Understanding data warehousing
A data warehouse allows investigation of corporate data from several perspectives, uncovering key insights that drive corporate decisions, says Jay Shah, associate VP at Nihilent Technologies.
In the previous article on business intelligence in the digital era, I introduced the three primary components of a BI solution: extract, transform, load (ETL); data warehouse; and visualisation. Now let's zoom in a little and try to understand the data warehouse in detail, says Jay Shah, Associate Vice-President at Nihilent Technologies.
As the name suggests, the data warehouse is a store for data. It is, in general, a database that is separate from the operational systems (ERP, CRM, SRM, among others). This separation carries two advantages. First off, any analytical processing does not consume the processing resources of the operational systems, and secondly, any inadvertent changes to the data in the data warehouse do not impact operations.
Typically, the data warehouse is known to perform three primary functions.
1. Storing the data extracted from the source systems in its native format;
2. Transforming/reorganising the data into formats conducive to analysis; and
3. Data querying or filtering of the data as per the reporting needs and presenting to the visualisation tools.
The area of the data warehouse where the data from operational systems is stored in its native format is known as the staging area. Staging areas are often transient in nature. The data in the staging area is deleted once it is updated into the data models (the next stage).
The staging area serves to increase the efficiency of the ETL process as it helps to consolidate, cleanse, and align the data before feeding it to the data models.
It might be pertinent to note that the first time around, all the relevant data from the source system would be loaded into the staging area. Subsequently, only the incremental data will need to be brought in. Hence the loads are typically scheduled to run once a day to bring data pertaining to transactions recorded during that day.
As stated in the earlier article, the primary driver for the data warehouse was to reorganise data in formats making it conducive for query and analysis rather than transaction. Several formats to model the data have been proposed over time, of which, the star schema has been found to be most suitable for analytics.
The star schema architecture comprises a central table known as the fact table. The fact table is surrounded by numerous dimension tables. Fact tables contain data that are measurable and which we want to report on. For instance, if we are creating a schema for sales, the fact table may contain invoice data detailing the sales figures. The dimension tables contain attributes used to filter or search the fact table.
Typical attributes for dimension tables include time, geography, product, sales personnel and so on. Surrogate keys are created for each dimension table as the unique identification key and is the substitute for the natural primary key of that dimension table. The fact table, in turn, contains a foreign key column for the primary keys of each dimension. The combination of these foreign keys defines the primary key for the fact table. This establishes the link between the dimension table and fact tables.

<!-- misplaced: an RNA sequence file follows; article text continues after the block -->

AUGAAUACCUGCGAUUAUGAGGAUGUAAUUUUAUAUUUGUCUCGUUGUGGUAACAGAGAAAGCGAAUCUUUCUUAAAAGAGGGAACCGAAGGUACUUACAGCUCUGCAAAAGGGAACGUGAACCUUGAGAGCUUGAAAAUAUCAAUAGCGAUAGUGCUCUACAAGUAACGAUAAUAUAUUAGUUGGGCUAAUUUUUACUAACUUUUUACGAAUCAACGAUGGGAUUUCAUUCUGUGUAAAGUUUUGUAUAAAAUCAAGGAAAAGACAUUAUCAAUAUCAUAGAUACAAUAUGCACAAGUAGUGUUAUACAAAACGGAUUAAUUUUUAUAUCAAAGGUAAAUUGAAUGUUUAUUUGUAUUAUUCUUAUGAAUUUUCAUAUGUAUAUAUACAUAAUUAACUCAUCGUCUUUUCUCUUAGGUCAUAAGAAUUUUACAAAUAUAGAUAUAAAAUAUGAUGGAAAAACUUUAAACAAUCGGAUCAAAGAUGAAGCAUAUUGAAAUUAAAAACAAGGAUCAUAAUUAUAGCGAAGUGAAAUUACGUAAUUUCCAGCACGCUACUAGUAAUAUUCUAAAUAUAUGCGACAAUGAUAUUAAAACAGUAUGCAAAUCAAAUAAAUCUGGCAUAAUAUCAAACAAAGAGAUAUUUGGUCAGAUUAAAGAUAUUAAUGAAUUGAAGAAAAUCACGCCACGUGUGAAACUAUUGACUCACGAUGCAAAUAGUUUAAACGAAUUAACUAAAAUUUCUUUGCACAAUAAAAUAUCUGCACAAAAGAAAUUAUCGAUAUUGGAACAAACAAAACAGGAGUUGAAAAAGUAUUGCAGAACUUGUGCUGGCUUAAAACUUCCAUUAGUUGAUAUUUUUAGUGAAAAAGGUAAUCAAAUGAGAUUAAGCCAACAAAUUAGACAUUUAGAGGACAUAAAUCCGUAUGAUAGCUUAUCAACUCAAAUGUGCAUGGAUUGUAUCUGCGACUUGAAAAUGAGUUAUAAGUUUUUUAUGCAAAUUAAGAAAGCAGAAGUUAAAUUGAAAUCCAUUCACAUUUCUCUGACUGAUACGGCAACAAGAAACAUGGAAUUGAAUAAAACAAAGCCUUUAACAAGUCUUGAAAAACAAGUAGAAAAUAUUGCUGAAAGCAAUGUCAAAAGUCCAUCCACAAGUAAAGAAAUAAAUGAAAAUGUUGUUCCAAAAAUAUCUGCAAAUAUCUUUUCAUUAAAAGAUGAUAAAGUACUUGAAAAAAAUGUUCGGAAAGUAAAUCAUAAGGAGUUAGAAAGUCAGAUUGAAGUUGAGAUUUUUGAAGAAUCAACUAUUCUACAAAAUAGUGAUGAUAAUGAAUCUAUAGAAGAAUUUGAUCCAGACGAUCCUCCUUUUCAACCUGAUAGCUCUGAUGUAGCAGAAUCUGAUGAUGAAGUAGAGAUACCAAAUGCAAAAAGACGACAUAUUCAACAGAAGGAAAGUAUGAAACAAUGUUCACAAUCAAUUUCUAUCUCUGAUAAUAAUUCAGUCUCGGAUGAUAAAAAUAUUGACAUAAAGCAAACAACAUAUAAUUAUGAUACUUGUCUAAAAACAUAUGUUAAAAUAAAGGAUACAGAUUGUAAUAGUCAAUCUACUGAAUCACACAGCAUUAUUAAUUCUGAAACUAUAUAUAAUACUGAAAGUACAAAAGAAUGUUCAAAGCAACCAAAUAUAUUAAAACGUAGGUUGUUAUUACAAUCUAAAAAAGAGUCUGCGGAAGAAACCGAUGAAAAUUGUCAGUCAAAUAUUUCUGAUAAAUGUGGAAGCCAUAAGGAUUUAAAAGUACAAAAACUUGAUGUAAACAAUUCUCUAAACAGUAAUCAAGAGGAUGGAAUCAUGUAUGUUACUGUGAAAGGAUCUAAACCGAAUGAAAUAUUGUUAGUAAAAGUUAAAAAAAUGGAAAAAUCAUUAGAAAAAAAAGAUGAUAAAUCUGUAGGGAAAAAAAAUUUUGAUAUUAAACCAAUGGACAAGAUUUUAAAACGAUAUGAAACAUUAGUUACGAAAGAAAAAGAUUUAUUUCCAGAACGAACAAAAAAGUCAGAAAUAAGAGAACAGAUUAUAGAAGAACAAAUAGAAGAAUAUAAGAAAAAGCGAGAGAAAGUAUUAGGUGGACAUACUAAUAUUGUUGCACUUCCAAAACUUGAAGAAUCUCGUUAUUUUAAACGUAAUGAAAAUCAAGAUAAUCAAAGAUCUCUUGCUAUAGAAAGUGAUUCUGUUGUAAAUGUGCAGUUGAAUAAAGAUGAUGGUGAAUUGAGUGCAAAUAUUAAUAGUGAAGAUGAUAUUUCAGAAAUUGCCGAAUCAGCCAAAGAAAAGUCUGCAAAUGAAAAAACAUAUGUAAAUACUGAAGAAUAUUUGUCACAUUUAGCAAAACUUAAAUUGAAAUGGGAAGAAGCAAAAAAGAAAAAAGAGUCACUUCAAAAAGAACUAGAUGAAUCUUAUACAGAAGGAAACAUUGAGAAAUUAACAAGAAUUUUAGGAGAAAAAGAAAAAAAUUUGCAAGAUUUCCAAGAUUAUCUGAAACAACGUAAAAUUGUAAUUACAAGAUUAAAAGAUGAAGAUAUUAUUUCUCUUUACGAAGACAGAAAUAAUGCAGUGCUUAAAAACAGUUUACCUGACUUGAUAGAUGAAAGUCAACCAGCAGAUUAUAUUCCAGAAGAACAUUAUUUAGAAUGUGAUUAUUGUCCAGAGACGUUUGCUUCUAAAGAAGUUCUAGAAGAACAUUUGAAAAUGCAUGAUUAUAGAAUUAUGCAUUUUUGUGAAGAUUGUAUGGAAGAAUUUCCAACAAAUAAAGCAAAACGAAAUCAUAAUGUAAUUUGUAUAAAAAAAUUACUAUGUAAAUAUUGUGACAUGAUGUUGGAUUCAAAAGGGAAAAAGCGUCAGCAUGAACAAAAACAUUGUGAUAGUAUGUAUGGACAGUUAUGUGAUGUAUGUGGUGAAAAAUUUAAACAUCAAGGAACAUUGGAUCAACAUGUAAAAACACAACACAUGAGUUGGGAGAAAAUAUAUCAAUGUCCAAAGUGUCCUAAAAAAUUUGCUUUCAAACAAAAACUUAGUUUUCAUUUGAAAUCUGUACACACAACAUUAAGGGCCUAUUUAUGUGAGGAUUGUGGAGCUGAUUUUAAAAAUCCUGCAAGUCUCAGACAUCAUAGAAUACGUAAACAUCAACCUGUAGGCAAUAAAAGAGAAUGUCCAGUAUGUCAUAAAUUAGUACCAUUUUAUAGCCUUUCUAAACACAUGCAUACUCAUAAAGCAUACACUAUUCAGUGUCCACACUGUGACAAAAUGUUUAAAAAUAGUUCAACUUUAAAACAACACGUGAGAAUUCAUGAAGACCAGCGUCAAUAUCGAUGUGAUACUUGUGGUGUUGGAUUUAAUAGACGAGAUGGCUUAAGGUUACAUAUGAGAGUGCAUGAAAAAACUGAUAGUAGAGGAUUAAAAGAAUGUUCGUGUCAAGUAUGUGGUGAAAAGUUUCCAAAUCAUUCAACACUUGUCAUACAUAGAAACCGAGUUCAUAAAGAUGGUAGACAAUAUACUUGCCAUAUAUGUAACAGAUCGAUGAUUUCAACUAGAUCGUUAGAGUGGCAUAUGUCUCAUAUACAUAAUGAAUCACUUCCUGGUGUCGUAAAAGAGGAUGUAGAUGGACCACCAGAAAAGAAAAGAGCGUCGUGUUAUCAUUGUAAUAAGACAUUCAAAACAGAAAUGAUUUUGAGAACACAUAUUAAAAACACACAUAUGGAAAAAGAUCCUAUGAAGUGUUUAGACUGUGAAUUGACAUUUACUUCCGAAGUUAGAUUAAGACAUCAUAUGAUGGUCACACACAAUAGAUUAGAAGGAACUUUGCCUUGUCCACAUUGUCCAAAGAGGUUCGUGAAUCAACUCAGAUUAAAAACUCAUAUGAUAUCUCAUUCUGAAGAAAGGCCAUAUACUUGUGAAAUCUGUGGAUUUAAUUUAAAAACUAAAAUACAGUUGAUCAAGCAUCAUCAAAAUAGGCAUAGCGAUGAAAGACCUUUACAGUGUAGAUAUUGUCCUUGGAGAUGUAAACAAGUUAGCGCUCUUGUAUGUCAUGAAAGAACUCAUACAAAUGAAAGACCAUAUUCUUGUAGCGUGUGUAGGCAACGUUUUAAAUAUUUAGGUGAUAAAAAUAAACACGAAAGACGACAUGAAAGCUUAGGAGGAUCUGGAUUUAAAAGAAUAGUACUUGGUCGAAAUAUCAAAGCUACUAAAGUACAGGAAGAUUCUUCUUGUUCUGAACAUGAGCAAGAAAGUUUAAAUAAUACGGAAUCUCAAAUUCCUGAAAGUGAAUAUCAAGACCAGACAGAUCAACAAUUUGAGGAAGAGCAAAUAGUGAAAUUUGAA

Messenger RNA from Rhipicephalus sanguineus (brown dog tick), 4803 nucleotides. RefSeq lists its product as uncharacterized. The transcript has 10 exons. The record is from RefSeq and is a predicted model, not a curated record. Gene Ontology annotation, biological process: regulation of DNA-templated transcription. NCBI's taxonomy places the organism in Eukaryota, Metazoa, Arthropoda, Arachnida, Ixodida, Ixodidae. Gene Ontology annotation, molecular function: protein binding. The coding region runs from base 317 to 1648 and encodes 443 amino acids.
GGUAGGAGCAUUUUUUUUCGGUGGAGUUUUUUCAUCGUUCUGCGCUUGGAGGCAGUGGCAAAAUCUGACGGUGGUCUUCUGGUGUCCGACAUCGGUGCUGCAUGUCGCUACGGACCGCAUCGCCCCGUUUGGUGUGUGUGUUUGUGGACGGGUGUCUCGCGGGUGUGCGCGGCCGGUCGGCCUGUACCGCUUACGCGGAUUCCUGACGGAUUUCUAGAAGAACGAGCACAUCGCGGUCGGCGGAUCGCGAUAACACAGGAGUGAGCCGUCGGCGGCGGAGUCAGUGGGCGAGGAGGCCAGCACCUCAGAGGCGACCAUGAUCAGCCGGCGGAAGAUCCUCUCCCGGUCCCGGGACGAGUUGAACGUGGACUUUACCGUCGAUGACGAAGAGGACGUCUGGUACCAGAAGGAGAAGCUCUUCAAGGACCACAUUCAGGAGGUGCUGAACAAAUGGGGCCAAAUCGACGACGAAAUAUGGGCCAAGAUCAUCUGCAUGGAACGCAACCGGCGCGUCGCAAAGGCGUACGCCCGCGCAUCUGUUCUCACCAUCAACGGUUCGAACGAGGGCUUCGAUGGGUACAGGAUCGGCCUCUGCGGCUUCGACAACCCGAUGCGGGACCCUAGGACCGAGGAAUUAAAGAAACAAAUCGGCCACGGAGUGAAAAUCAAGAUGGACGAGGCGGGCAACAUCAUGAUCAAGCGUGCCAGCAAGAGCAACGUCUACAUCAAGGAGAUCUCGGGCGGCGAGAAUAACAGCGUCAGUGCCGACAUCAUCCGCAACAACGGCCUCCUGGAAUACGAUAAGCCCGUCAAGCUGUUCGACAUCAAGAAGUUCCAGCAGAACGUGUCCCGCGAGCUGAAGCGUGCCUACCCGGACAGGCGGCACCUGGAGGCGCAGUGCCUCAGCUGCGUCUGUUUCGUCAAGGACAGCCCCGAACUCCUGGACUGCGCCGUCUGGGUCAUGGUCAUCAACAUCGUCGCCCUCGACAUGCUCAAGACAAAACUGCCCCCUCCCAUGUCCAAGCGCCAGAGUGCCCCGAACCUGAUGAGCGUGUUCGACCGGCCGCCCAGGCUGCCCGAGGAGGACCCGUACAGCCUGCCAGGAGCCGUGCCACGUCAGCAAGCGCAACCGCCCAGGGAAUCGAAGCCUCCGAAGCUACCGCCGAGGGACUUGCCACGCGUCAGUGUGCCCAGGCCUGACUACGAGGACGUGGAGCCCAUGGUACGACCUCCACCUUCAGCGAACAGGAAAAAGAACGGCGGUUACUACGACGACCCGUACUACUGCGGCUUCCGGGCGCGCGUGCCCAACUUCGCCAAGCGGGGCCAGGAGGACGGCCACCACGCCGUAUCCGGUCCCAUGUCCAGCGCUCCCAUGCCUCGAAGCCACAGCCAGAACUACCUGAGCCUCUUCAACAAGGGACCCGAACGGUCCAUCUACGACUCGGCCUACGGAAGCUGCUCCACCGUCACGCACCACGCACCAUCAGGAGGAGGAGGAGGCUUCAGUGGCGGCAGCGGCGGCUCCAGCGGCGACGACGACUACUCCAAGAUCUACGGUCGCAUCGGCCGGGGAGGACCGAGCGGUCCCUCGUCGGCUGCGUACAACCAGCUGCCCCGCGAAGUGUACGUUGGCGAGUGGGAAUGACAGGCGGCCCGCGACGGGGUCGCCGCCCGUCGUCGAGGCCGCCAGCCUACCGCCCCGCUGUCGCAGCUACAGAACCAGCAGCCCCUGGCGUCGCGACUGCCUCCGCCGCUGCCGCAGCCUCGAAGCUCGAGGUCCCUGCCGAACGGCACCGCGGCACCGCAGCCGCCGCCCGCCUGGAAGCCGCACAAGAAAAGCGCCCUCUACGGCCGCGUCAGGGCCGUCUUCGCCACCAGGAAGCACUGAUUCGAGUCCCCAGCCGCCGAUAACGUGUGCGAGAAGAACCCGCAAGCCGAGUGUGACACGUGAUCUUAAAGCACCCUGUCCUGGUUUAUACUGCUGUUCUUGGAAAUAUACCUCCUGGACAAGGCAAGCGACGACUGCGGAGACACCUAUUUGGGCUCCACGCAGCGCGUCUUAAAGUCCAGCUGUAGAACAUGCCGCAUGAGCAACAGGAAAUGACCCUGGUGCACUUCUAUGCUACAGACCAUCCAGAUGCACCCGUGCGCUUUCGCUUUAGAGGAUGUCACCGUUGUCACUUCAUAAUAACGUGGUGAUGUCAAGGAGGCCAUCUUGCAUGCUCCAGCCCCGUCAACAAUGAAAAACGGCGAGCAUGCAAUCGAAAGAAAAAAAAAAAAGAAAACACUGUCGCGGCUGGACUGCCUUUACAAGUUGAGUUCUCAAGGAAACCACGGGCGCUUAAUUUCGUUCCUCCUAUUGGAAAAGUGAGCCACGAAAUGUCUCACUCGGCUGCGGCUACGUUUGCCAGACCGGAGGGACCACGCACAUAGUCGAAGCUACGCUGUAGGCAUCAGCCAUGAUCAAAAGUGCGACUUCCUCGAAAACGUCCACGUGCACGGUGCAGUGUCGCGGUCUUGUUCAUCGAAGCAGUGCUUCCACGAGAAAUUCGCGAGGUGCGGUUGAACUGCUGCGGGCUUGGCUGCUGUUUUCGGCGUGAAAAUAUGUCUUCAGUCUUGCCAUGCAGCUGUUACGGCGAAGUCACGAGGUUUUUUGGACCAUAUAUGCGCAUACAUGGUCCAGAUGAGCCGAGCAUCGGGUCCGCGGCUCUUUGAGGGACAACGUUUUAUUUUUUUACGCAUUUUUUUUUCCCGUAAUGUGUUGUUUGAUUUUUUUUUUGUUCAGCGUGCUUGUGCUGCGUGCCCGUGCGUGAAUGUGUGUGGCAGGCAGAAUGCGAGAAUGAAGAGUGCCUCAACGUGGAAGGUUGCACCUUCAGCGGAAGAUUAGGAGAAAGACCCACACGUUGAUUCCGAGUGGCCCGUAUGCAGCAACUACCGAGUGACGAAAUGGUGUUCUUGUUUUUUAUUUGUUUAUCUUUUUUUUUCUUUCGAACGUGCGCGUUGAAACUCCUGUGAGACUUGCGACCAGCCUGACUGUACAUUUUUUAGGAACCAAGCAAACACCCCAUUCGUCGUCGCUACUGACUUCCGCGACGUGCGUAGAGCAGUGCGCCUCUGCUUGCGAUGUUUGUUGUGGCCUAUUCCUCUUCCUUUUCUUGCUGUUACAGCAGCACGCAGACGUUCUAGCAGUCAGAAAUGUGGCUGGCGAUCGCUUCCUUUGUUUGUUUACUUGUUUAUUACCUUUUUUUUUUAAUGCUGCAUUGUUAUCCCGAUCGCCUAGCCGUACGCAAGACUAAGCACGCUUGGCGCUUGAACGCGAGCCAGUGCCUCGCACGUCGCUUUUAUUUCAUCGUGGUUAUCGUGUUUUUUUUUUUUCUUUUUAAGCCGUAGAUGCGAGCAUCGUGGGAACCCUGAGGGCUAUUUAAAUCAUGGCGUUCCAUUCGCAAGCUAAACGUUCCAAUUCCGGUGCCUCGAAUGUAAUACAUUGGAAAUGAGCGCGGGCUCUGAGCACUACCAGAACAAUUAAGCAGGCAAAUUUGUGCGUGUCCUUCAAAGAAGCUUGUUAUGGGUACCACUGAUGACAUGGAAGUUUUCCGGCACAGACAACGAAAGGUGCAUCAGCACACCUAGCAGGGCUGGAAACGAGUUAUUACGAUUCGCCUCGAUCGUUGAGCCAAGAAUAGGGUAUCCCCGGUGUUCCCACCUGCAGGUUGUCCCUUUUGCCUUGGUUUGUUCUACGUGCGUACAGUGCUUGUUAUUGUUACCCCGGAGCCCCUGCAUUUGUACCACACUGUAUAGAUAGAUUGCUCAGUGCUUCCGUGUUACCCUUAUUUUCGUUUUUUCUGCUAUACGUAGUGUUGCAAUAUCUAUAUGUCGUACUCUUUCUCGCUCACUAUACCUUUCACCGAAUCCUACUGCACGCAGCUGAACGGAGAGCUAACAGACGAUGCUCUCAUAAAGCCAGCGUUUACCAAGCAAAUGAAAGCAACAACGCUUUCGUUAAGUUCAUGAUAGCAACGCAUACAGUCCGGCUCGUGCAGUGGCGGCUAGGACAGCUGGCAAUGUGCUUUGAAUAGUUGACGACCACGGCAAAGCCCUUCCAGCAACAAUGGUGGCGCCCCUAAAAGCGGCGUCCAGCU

Another model, similar to the star schema, is the snowflake schema. In a snowflake schema, there could be one or more dimension tables that do not connect with the fact table directly. They join through other dimension tables. This, when represented, creates the image of a snowflake. Considerations of whether to model as star or snowflake include frequency of change of the dimension, and ease of use versus ease of maintenance.
Another component of the data model is the metadata. Metadata is commonly described as data about data. It provides a descriptive view, or "blueprint", of how data is mapped from the operational level to the data warehouse.
Once this schema is set up, the data from the staging table is appropriately populated into the fact and dimension tables. Initially, the entire data till date will have to be loaded into the fact and dimension tables. Thereafter, incremental loads will have to be scheduled on a regular basis for the additional transactions that take place in the transactional system.
Querying the data models
Once the data models are set up, one can query the fact table using one or more of the dimensions. A query helps extract select data from the fact tables, filtered by the dimensions and with some processing/calculations along the way. As there are several dimensions, the same data can be queried using any or a combination of dimensions. Thus, it is possible to have multiple perspectives of the same data or, in other words, perform multidimensional analysis. For instance, the sales data can be queried by geography as well as by product and by the sales personnel. Also, since the fact table contains all historical data, the analysis can be a year-on-year analysis or even a multi-year analysis. This allows executives to analyse the data from multiple perspectives, gaining key insights which could facilitate key decisions.
The data extracted using queries is fed to a visualisation tool that presents the data in the form of tables, charts, etc.
A data warehouse allows investigation of corporate data from several perspectives, thereby uncovering key insights that drive corporate decisions. Thus, data warehousing has emerged as a competitive advantage for an informed, efficient and a profitable organisation.